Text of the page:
Gentoo is a source-based distribution. The main benefit of using Gentoo is you pick features of a software you need to compile if its configurable. Here is an example I just saw:

% emerge -pvuDNt world

These are the packages that would be merged, in reverse order:

Calculating dependencies... done!
[ebuild   R   ] www-client/chromium-7.0.503.1  USE="sse2 -cups -gnome -gnome-keyring%" 0 kB

Total: 1 package (1 reinstall), Size of downloads: 0 kB

The developer just made GNOME Keyring dependency optional if you use gnome USE flag. That cups USE tag is an example, too. When Chromium just added printing support, they have made CUPS dependency necessary. It got fixed quite fast, in just a few days, Gentoo developer fixed it.


I couldnt find an issue about it on Chromium issues, but it seems fixed in upstream because I dont see any patch in Portage tree.

Anyway, after CUPS, GNOME Keyring suddenly jumped out from nowhere. I already had GNOME Keyring on my system, but I didnt have CUPS. So, I let Chromium to compile with it, I didnt have a choice. Now, we have new USE flag.

If you are using any binary-based distribution, unless you try to build on your own or with some tools, your system is always with a bunch of stuff you dont need. And you never could have even a vague idea what have been made.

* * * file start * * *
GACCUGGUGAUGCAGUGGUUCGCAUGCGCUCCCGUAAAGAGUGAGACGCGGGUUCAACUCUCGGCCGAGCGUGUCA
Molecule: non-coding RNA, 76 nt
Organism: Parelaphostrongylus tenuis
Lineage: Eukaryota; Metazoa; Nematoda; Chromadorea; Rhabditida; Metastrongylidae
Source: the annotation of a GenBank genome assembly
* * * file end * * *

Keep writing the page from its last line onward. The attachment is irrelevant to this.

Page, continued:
I still have some packages depends on GNOME Keyring, I should check them up again, some are optional, some might have no need to be on my system.

% equery d gnome-keyring
[ Searching for packages depending on gnome-keyring... ]
dev-vcs/subversion-1.6.12 (gnome-keyring? gnome-base/gnome-keyring)
gnome-base/gnome-mount-0.8-r1 (<gnome-base/gnome-keyring-2.29.4)
gnome-base/libgnome-keyring-2.30.1 (>=gnome-base/gnome-keyring-2.29)
net-libs/libsoup-gnome-2.28.2 (gnome-base/gnome-keyring)
sys-auth/pambase-20100310 (gnome-keyring? &gt;=gnome-base/gnome-keyring-2.20[pam])
www-client/chromium-7.0.503.1 (&gt;=gnome-base/gnome-keyring-2.28.2)
                              (gnome-keyring? &gt;=gnome-base/gnome-keyring-2.28.2)